Learning Breakthrough in Sport
Learning Breakthrough – Giving you the edge in sport!
Learning Breakthrough in sport helps a player to develop mentally. It creates an environment in which a player can multi-task enabling many decisions to be taken simultaneously. Once a task is mastered new neural connections are created. Over time the connections ‘hard-wire’ promoting permanent neurological change and a new environment for effective and efficient processing of the game.
The science behind the Learning Breakthough programme concentrates on four main elements.
The first is the function of the vestibular (balance) system. As NASA said in the 1960’s, when researching weightless flight, “if the body is not in balance then the mind does not work efficiently.” The vestibular is the first sense to be developed when a baby is forming in the womb. If the vestibular is underdeveloped at this stage then the networks of neural pathways may not integrate correctly or efficiently.
In sport, this lack of integration can lead to difficulties with visual judgement of the timing of a pass, spatial awareness of other players, understanding the force required to make a pass and reach your target etc. When the brain is not processing information as a smooth and controlled function it leads to low concentration, inability to take-in instructions from the coach, poor sleep patterns and in some cases aggressive behaviour or questioning the coach’s judgment. Which symptoms a player will display is dependent on which neural pathways are effected.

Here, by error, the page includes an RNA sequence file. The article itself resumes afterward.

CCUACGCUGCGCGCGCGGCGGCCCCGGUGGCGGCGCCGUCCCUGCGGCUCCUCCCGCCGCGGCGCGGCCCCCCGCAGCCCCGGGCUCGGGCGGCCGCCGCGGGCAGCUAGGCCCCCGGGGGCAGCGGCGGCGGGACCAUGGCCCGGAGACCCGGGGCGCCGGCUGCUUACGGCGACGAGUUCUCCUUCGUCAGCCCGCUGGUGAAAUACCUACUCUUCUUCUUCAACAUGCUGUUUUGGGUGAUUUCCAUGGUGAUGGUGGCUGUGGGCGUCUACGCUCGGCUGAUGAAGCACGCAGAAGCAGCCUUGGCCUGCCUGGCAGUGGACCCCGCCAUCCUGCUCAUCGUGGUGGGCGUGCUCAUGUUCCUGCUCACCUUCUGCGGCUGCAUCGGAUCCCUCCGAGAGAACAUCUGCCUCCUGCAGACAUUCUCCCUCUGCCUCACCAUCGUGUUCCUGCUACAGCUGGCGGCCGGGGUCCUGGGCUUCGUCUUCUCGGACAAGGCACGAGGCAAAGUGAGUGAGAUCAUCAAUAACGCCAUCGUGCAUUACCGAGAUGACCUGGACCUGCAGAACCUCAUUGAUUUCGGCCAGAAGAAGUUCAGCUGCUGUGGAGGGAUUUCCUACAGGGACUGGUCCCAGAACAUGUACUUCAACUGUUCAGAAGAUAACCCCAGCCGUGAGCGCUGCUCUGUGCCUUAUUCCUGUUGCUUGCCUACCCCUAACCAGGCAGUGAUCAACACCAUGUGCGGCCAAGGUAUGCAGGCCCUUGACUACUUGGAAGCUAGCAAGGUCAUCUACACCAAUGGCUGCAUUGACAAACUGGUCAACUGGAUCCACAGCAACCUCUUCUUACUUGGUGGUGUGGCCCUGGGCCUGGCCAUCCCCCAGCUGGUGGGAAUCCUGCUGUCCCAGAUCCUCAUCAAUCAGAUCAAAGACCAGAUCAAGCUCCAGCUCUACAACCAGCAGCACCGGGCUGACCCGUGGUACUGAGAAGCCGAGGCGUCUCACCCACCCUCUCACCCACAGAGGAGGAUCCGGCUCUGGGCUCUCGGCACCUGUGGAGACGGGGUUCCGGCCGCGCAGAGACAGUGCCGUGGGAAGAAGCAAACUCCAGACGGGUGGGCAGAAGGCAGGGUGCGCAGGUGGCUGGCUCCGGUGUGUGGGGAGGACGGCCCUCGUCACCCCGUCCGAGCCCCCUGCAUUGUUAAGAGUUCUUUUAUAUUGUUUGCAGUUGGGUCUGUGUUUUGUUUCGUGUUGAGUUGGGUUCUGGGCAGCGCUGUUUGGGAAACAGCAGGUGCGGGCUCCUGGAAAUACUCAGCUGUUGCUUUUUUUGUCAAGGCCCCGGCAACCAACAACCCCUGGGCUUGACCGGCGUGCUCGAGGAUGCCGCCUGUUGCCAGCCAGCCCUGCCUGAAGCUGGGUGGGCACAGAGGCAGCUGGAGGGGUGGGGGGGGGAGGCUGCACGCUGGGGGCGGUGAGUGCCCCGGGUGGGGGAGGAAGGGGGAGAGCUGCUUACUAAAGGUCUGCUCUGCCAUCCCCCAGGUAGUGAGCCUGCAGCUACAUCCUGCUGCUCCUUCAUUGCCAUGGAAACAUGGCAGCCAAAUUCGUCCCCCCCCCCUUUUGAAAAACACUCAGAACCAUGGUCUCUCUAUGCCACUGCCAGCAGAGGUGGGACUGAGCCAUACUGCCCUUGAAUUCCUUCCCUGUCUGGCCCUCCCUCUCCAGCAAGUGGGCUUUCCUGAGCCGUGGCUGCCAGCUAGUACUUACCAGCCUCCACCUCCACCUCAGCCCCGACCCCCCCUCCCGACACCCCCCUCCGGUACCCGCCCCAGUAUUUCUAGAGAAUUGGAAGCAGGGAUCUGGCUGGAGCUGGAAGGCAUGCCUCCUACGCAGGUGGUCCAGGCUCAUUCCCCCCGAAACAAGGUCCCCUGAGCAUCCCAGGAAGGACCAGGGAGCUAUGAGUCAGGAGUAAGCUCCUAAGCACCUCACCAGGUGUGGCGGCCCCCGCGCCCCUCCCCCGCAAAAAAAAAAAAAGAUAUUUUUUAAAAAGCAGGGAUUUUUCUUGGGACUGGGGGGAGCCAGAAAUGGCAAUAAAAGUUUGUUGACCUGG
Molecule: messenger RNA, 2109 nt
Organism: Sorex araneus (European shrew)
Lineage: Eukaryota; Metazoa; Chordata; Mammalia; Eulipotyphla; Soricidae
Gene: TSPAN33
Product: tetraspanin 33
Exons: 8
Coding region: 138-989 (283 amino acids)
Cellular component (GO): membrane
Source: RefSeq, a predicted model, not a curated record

The second element is the cerebellum. The cerebellum receives information from other structures, such as the inner ear and vestibular system, and fine-tunes incoming sensorimotor information to achieve smooth movements. When the cerebellum is damaged or not fully developed from birth individuals can show movements that are erratic or slow, demonstrate an inability to judge distance, have difficulty performing rapid movements, and walk or run with an unnatural gait. Although the cerebellum has many responsibilities, its central function is to coordinate and manage motor activities. Balance, coordination, posture, equilibrium and eye movement are all controlled in part by the cerebellum. It also functions to calibrate motor activities such that our movements have a smooth, flowing nature to them.
The third element is body-eye coordination and right and left hemisphere integration. Along with having two eyes, two arms, and two legs on our bodies, we also have two sides to our brains. Learning Breakthrough works on the premise that if, for example, the right hand doesn’t know what the left hand is doing then the two sides of the brain are not integrating effectively. Equally, if the player’s two eyes are not working together in sync, they will send a mixed or chaotic signal to the brain. This can produce a panic response in the body (flight or fight reaction) which slows down the processing/reaction speed of the body when a ball is received or being passed by the player.
The fourth element is eye tracking and focus. When a player’s eyes have difficulty focusing on an object and tracking it smoothly in space it means that they also have difficulty maintaining their concentration levels on the pitch. This can result in negative effects on the pitch such as: slow processing, difficulty reading the game, trouble pre-empting what is going to happen next, etc. Additionally, it can lead to the brain being in constant chaos, making even simple instructions difficult to follow. This is due to the brain becoming overloaded with the visual input to the detriment of the auditory system.
Learning Breakthrough is a complete neuro-development programme of balance and co-ordination exercises that includes eye tracking, timing, rhythm, spatial awareness, mathematical calculations whilst performing specifically designed exercises and balancing at the same time. Through neuroplasticity, the exercises enable neural pathways to connect and ‘hard-wire,’ re-organising the way in which the brain processes information received from the vestibular, cerebellum and sensory systems.